• Is this data being stored with any third parties?
  • Are there any high-risk data categories involved?
  • How much data is being collected and how many data subjects are impacted?
  • Where are data processing activities taking place?
  • What are the data retention requirements?

The next step is to describe the purpose of the data processing activities as it relates to the objectives of the project. Specifically, describe each data processing activity, how it will impact the consumer, and how it will be leveraged for the project.

3. Assess necessity and proportionality

An important aspect of the DPIA is justifying the data processing activities that are occurring in correlation with what is actually required for the objectives and outcomes of the project. Start by answering questions similar to those listed below

  • Is there a legal basis for collecting this data?
  • Are appropriate consent measures in place?
  • Are vulnerable data subjects involved?
  • Have previous projects of similar nature performed similar processing? Have security flaws been identified in these?
  • Is data processing necessary to achieve the objectives of the project
  • How are consumer rights being upheld?
  • Are there ways to minimize the use of consumer data?

4. Consult interested parties (DPO, Stakeholders, Data Subjects)

There are several key parties that should be consulted throughout the course of the DPIA. This includes

  • The Data Protection Officer who should provide feedback and advice on processing activities and potential risks of the project
  • Any stakeholders in the project in order to fully understand the extent and necessity of data processing activities, and devise and suggest appropriate strategies to address any risks identified
  • All Data Subjects or their representatives in order to gain feedback on their views of the processing activities of their data taking place during the project, and ensure processing activities have a legal basis.

5. Identify and evaluate risks to personal data.

This is possibly the most important component of the DPIA where any risks to personal data are thoroughly evaluated. While predicting every avenue of risk is dependent on the nature of the project, the following key aspects should be evaluated.

  • Is data being stored in unsafe locations?
  • Are the appropriate access control lists being applied?
  • Is any software being leveraged secure from an internal or external threat?
  • Is data being anonymized where applicable?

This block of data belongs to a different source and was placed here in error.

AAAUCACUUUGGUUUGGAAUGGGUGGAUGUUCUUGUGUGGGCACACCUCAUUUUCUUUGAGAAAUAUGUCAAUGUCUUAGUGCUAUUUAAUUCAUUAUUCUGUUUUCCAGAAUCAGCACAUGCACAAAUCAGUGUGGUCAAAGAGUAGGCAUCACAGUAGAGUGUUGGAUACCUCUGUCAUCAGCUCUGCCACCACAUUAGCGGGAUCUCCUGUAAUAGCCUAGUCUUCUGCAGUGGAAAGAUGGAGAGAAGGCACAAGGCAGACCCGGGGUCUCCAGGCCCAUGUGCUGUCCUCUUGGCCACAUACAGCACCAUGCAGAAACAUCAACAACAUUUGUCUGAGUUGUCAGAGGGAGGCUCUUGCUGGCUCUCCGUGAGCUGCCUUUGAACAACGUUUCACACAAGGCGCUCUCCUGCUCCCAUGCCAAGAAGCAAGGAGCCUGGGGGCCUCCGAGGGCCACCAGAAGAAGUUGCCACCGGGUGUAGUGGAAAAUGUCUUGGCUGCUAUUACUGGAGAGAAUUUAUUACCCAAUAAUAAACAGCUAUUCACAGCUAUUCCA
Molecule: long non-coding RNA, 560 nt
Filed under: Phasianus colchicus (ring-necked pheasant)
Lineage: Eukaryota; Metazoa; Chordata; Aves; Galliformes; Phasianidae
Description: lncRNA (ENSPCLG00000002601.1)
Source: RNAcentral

• Are data retention policies being considered?
  • Is there a potential for the data to be moved to unsanctioned locations?
  • Could the scope of the data processing change throughout the course of the project?

6. Identify and implement measures to address risks

Once an organization has a good idea of the potential risks involved in the project, it is essential for them to start strategically formulating and implementing the necessary security measures that will aim to address or reduce risk as much as possible. This section may involve a variety of cybersecurity platforms to help achieve and ensure the following

  • The necessary security measures are in place to prevent unauthorized access to personal data, including access from internal or external actors
  • Data retention policies are in place with the appropriate processes outlined to remove data that is no longer required
  • Discovery and monitoring technologies are put in place in order to maintain visibility over personal data to understand where it exists, who is accessing it, how it is being used, and how it is moving throughout the organization
  • Remediation action can be automated and taken at scale where applicable such as removing unnecessary data, cleaning up access, or classifying data.

7. Receive Sign off and document operations and measures

Once all risks have been identified and the appropriate security strategy has been devised, these points must be documented in order to receive the necessary sign off by the relevant parties which will be dependent on the organization and specific project. Relevant parties may include the Data Protection Officer or members of the management team.  

8. Monitor and Review

As previously noted, this assessment should not be considered a one-time exercise, with risks to personal data being considered at every step of any new or ongoing project.

Conclusion

Data Privacy Impact Assessments are a meaningful tool for data controllers to leverage in order to ensure new projects that involve processing personal data comply with the GDPR. While the regulation sets forth a generic set of requirements, the criteria set forth in this blog post are customizable to the unique nature of an organization and its data processing activities.

Stealthbits can help to automate several discovery and remediation components required for any DPIA by providing the ability to

  • Discover and maintain visibility over the repositories that contain personal data
  • Ensure that the proper data controls are in place by providing an understanding of who has access to what, and how they are leveraging that access
  • Monitor for real-time threats and deploy policies to prevent unauthorized access to critical or sensitive information

Provide bulk remediation capabilities such as the ability to lock down access to sensitive data or remove data that has exceeded its retention policies